Today's exhibit: the "feel good" approaches to making the world a better place. The touchy-feely ways that students (and most faculty, it seems) believe will transform the world into rainbows, unicorns, and pots of gold.
Those are also the issues addressed in this piece on why "that handmade scarf won't save the world."
While buying homemade gifts is a lovely thing to do, thinking of it as a social good is problematic. Like locavorism and “eco consumerism,” it’s part of a troubling trend for neoliberal “all change begins with your personal choices” ideology. This ideology is attractive: Buy something nice, do something good. But it doesn’t work, at least not very well.Ah, yes. I have been fighting for a long time the locavorism as the way to the garden of Eden. While students might not be familiar with the word "locavore" because it is a rather new addition to the dictionary, they are all too familiar with that awfully constructed slogan "buy local," I first clarify to them that it is a huge grammar mistake, and that it has to be "buy locally." ;)
So, back to that essay. The author is like me--ticked off at the misguided approaches to fix the world. And, on top of that, the uppity-nose looking down on us who think otherwise! It is not that the author or I want to make the world a worse place; it is just that we want to rationally, critically, think through the touchy-feely approaches. I want to make sure we don't become "green phonies."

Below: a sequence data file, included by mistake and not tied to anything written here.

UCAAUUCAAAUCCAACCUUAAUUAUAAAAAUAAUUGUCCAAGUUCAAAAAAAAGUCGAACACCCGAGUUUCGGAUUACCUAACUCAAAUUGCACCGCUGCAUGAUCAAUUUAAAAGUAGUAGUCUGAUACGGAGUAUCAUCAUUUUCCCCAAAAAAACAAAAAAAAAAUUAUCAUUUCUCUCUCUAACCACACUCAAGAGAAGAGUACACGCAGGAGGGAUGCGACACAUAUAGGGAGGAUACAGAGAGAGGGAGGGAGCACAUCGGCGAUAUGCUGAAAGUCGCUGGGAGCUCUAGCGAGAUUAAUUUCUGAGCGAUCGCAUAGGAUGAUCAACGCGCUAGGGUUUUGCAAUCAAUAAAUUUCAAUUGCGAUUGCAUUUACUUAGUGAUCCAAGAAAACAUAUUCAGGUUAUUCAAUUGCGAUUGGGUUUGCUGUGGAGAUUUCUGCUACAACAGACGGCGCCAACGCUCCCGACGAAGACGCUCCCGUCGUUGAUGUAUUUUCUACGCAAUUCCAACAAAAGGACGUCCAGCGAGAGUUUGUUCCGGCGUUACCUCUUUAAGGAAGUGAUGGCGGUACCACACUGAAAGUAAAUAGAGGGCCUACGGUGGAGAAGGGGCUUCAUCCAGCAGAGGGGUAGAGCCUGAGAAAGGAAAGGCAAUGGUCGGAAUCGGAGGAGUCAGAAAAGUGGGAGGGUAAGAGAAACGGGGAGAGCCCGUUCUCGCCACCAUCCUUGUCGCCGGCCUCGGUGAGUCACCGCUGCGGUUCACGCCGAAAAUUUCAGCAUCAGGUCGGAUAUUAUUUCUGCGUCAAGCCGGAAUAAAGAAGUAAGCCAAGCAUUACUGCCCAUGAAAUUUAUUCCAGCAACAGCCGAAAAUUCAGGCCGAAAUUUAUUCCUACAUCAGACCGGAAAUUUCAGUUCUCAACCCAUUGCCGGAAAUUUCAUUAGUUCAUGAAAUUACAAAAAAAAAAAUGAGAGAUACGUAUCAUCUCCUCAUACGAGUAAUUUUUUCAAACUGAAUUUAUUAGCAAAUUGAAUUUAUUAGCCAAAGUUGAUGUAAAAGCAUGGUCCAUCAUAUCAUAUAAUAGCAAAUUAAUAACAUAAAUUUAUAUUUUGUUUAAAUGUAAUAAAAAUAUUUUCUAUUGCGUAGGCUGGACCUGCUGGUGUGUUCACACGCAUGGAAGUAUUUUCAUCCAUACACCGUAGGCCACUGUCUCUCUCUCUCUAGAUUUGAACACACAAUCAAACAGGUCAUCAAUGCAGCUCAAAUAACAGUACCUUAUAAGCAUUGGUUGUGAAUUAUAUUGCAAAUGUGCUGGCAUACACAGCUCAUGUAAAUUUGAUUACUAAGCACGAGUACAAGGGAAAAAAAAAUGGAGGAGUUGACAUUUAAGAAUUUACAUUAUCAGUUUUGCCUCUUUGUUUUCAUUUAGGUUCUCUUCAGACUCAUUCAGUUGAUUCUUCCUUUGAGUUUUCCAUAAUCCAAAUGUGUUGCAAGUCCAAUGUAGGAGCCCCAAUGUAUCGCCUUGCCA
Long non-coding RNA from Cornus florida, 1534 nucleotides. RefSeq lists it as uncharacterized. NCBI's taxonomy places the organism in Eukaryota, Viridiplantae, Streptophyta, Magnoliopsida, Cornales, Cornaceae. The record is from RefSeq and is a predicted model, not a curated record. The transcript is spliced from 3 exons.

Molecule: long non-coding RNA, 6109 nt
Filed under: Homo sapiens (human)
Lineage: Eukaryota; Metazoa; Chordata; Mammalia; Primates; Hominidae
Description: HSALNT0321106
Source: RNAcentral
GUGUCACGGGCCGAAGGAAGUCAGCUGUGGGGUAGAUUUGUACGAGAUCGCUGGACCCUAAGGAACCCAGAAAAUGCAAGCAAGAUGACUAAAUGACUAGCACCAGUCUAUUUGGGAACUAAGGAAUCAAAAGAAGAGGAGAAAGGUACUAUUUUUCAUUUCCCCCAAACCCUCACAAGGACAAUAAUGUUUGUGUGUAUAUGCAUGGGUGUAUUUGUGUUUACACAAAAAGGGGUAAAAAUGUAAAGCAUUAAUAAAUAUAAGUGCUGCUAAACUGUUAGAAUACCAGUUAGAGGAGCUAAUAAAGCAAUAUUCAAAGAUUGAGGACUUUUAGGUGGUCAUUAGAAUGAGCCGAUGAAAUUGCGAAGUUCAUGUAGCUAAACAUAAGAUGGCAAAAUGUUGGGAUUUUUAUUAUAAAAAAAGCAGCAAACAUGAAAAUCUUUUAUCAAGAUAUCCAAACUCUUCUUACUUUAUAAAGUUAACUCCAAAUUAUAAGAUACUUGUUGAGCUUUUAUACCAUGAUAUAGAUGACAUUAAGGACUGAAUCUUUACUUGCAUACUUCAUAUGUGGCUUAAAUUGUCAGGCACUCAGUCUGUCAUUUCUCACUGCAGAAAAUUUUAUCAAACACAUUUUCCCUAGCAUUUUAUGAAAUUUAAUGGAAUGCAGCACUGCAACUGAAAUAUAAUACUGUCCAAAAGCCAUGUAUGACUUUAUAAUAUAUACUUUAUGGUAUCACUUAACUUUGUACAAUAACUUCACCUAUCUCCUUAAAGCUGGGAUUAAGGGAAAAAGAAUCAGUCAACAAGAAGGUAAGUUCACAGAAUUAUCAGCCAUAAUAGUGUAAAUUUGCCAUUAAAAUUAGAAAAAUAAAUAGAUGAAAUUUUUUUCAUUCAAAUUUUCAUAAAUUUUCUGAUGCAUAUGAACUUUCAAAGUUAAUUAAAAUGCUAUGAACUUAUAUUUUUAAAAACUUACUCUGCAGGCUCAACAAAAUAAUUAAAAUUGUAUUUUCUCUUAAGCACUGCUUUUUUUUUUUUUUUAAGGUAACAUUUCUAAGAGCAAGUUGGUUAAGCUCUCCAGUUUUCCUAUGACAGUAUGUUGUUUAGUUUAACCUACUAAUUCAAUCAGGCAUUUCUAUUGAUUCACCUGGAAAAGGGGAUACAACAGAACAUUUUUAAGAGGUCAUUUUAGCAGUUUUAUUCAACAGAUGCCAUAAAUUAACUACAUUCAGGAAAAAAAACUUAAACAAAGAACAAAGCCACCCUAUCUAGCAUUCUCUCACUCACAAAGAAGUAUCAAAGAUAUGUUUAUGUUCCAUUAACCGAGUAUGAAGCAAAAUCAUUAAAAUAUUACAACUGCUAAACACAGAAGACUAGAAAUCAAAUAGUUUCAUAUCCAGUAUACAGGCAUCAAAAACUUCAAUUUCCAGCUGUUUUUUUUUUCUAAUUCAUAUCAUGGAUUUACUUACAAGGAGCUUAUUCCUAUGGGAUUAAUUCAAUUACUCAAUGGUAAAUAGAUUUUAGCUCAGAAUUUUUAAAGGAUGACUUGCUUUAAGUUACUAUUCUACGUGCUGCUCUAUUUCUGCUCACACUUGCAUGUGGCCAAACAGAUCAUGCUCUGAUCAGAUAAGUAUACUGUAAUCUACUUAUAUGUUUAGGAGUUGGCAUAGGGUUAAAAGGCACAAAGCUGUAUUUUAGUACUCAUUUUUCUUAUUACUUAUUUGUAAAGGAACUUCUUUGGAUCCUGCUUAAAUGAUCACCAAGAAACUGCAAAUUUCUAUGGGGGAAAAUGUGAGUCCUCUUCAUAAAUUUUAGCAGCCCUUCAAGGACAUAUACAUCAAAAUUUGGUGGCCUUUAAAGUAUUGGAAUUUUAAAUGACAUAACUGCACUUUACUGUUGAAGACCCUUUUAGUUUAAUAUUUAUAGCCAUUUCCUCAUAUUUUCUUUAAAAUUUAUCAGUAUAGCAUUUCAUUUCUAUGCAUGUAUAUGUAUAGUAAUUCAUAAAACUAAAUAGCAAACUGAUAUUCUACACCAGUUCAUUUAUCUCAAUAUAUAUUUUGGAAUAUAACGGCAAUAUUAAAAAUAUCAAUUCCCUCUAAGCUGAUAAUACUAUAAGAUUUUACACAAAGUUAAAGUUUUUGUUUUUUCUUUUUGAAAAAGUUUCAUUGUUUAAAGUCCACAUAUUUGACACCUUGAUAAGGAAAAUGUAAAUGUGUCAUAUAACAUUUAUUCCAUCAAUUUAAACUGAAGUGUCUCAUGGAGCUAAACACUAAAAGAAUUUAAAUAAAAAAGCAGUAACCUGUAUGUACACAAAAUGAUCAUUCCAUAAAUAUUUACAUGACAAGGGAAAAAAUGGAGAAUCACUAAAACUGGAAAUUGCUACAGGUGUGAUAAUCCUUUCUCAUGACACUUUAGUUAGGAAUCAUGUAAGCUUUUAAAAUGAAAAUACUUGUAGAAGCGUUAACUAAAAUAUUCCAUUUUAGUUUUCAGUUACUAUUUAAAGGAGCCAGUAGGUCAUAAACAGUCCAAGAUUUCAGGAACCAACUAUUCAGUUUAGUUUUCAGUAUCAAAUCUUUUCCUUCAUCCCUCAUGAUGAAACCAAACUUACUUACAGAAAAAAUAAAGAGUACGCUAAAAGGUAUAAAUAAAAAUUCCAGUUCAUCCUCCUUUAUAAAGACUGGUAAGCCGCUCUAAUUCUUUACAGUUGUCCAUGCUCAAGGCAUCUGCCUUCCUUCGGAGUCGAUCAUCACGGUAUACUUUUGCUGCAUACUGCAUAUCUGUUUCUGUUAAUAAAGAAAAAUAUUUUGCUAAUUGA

Further, the author points out something that I have argued for long, which the touchy-feely approaches tend to overlook by oversimplifying:
When “buy handmade” is couched as a solution to exploitative labor conditions, it’s easy to forget structural change-making.It ticks us even more when corporations find a way to make money out of those very touchy-feely things, even more annoying when people fall for those!
Once a mark of poverty, handmade is hot these days. Nothing seems to shout “upper-middle-class values” like hand-carved wooden children’s toys, handmade lavender soap from the farmers’ market, artisan country bread and chunky hand-knit scarves. Etsy, the online marketplace for handmade goods, brought this homespun mania to national attention last month when it went public with a bang, ending its first day of trading at $30, up 87 percent from its I.P.O. of $16. It’s now joined by dozens of other handmade-goods sites, and hundreds of artisan markets across America.
Yep, Etsy is yet another variation of the old PT Barnum quote that there is a sucker born every minute ;)
If only it were simply about the "handmade" nonsense. Nope, there is more:
“Buying handmade (especially really locally) can greatly reduce your carbon footprint on the world,” reads a post on the popular website Handmadeology.
I had no idea that there is website called Handmadeology. The internet certainly democratizes idiocy!
There are plenty of good reasons to buy handmade. You’re probably not going to find a squid-shaped dining chair or a crocheted sloth at a big box store, for one. It’s important to support artisans who retain knowledge of traditional art forms. Many handmade items are also higher quality than their mass-produced counterparts. But will buying handmade change the economy or save the world? Not likely.
Exactly. This is no different from the bottom-line I give students: as consumers, we certainly have the freedom to express our preferences and pay for those options. But, if we want to make the world a better place via our wallet, then we have a go well beyond a gut-instinct. It requires a lot of critical thinking to get to the pots of gold.
|Plenty of rainbows here in Oregon.|
Am continuing to search for the pots of gold, and the unicorn too ;)